When Kanye West announced he was $53 million in debt, social media took the ball and ran with it.
There were plenty of memes, jokes across social media platforms, outrage and, we suppose, some sympathy somewhere.
There were also a few places that used the trending topic to their advantage.
Enter Pizza Hut, who responded to the announcement with an offer of help that went viral for all the right reasons: it was clever, it was catchy and it was fun. It was a perfect example of audience engagement and content marketing.
The pizza chain, which has for years been trying to remake its image, responded on Twitter by offering Mr. West a job to help him pay down his debt–and they did it in a way that sounded perfectly logical: “Please give us a call about your job application, thanks.”
When the tweet took off, they followed up, using a slightly tongue-in-cheek tone: “Stop telling everyone you need dough and try kneading some dough. We got your C.V. Today. You start at 9 a.m. tomorrow.”
The reaction was fairly quick and universally positive. One of Pizza Hut’s followers told the chain they had earned a new customer, based on the response alone. (He did admit he liked another Domino’s Pizza better, which is a rather back-handed compliment).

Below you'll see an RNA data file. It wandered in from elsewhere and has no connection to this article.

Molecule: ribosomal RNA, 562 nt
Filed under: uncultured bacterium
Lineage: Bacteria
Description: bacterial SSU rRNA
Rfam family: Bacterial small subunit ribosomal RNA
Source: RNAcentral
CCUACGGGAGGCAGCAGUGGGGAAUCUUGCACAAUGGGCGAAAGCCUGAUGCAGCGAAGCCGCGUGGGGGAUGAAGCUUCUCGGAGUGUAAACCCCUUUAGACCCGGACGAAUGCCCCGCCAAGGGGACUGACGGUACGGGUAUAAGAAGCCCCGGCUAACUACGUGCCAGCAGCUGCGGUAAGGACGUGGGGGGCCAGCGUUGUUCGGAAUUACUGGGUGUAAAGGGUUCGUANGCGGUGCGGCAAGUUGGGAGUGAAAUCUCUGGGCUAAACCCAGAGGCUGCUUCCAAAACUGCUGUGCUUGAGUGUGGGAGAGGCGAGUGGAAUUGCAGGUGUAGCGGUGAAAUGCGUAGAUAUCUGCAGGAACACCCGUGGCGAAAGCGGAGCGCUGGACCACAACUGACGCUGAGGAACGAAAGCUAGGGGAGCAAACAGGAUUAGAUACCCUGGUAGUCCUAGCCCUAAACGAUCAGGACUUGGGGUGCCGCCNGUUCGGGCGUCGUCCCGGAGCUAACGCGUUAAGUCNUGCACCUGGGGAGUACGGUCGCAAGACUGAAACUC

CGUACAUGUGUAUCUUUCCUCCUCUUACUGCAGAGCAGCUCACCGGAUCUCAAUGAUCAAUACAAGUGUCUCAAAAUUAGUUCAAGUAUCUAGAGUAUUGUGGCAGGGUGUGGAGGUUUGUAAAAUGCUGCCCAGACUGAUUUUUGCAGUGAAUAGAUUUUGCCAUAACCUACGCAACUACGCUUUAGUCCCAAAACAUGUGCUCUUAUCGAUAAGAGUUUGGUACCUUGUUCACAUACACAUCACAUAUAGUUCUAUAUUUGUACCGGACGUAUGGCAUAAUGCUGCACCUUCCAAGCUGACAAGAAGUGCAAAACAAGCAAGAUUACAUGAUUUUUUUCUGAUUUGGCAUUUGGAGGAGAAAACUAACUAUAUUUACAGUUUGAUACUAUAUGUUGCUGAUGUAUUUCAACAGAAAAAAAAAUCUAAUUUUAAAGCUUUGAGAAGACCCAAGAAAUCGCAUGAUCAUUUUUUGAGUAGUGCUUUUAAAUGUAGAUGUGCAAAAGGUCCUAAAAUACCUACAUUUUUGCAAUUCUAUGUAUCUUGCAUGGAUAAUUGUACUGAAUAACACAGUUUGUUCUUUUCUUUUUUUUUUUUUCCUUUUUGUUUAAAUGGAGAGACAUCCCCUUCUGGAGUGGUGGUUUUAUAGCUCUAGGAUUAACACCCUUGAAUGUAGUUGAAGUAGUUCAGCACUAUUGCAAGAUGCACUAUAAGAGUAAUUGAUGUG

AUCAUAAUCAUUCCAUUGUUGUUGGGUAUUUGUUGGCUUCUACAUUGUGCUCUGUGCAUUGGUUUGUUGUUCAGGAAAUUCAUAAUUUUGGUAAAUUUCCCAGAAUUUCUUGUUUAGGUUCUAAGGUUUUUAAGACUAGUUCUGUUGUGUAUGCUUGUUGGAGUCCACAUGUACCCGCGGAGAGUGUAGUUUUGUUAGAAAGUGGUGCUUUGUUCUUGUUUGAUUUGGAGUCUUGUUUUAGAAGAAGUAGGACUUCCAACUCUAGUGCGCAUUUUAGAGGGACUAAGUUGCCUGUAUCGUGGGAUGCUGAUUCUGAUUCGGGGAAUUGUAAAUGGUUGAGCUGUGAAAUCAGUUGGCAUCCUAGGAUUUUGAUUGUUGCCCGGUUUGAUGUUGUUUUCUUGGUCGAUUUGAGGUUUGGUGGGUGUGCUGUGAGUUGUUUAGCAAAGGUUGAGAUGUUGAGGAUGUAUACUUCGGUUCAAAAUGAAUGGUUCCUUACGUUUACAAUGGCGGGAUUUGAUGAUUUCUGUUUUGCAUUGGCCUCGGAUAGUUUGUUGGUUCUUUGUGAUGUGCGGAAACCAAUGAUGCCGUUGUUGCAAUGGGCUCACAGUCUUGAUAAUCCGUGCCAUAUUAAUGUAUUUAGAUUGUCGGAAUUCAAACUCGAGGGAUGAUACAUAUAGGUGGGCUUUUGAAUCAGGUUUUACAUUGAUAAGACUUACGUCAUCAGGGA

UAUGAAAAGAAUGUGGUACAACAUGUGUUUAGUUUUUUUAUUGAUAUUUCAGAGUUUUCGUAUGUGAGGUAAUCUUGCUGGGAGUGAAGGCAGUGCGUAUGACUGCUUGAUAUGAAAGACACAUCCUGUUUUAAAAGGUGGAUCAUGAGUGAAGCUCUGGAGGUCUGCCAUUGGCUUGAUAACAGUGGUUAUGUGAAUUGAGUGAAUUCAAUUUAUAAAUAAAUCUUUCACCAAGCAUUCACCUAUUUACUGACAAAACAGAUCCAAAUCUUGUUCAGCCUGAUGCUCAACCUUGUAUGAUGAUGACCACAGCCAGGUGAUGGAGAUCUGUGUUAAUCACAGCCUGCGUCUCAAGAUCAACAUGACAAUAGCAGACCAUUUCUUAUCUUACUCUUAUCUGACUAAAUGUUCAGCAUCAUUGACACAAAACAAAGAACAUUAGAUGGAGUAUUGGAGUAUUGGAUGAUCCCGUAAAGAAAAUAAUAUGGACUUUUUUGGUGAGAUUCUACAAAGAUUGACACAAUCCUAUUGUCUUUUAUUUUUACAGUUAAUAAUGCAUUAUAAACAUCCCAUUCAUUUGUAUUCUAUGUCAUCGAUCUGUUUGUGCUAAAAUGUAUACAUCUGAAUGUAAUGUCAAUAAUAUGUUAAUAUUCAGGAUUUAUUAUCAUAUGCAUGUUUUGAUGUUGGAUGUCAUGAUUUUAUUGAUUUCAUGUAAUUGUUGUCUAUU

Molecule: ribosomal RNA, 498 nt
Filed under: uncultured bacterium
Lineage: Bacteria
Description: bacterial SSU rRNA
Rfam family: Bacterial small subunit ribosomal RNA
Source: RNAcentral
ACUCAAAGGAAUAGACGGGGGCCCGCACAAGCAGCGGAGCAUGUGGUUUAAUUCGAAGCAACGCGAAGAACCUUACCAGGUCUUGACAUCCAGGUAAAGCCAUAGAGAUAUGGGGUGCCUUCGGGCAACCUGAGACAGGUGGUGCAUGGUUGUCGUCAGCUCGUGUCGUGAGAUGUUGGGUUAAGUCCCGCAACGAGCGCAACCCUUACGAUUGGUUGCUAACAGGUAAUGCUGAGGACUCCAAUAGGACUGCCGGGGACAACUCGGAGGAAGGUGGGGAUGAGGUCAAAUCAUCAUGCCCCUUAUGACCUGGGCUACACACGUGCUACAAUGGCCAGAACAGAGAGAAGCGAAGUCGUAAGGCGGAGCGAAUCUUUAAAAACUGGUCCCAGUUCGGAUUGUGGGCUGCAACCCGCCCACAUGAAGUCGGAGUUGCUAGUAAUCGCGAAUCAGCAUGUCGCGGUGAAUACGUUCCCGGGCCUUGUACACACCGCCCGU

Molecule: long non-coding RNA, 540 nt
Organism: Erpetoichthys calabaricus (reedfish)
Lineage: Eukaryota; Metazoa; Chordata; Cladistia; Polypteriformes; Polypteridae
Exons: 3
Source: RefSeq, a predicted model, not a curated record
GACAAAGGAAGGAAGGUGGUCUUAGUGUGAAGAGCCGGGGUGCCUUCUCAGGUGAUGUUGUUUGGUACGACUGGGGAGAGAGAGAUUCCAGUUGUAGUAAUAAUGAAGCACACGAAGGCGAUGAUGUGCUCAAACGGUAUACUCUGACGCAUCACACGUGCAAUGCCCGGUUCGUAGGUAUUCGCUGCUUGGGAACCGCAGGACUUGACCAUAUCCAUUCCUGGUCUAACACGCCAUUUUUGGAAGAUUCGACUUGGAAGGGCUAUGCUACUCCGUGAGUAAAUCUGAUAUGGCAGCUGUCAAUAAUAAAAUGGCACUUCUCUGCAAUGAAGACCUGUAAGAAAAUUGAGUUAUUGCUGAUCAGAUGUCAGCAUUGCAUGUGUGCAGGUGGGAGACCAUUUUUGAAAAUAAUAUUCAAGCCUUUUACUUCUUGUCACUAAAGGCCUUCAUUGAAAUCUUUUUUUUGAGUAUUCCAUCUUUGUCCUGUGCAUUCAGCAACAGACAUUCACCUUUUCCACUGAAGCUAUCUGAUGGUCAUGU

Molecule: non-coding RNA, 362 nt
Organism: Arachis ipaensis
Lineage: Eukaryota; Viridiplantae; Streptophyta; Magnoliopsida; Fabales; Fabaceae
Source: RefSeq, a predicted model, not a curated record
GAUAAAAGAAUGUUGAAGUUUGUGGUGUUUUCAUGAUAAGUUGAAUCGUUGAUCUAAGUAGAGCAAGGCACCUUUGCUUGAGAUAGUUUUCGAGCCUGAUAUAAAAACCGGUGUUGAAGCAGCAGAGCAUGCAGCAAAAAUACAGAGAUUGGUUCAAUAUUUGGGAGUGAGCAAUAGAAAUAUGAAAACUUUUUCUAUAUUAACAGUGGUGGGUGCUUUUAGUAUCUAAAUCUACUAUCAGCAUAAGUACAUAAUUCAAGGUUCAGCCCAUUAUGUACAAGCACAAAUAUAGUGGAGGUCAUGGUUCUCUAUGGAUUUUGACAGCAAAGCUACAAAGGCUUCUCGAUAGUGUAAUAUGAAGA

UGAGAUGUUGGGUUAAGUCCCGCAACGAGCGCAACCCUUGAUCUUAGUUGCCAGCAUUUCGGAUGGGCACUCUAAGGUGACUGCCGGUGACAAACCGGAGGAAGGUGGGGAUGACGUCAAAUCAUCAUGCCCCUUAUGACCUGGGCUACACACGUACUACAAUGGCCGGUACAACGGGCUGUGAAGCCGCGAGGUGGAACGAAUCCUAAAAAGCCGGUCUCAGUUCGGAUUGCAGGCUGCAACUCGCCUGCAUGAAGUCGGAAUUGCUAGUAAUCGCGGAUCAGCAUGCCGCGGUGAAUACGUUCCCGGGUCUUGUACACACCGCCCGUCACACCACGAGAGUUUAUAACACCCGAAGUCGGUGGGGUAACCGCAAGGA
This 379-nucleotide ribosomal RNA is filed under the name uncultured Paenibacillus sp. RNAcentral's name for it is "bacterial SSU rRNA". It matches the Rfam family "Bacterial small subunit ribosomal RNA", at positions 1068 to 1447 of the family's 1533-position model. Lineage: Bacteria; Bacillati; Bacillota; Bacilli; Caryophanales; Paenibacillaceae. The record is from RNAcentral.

Another follower said she was so impressed, that the person who initially wrote the tweet deserved a raise. Pizza Hut’s response to that was the proverbial cherry on top of the ice cream: “No, no, Carly, we couldn’t accept a pay raise. Kanye needs the money more.”
Attaching your brand to a trending topic can greatly extend your reach, if you remember a few basic rules.
1. Stay true to your brand.
Don’t just latch on to every trending topic, do it in a way that makes sense. Extending a job offer to a supposedly broke celebrity is smart because you are not advertising your brand, you’re explaining how you can help in a clever, humorous way. Make it about the topic, not about you.
2. Keep your tone consistent.
If you’re using humor to extend your reach, be ready to respond to those who jump on board in a humorous way. You’re taking part in a conversation in a way that you hope will be engaging to a new audience. Be prepared to follow the conversation.
3. Keep it personal.
The best thing about the above examples? “No, no Carly.” It’s unlikely that whoever was crafting the messages for Pizza Hut expected Kanye to notice or respond. What he or she did believe, however, was that people following the conversation would take note. They are the important ones, after all.
Even if the follower who claims to be a converted customer never orders a single pizza, his response earned 11 retweets and 81 likes, alone. That’s how you build an audience, organically.
Or it’s one example, at least. Can you think of others? Let us know in the comments.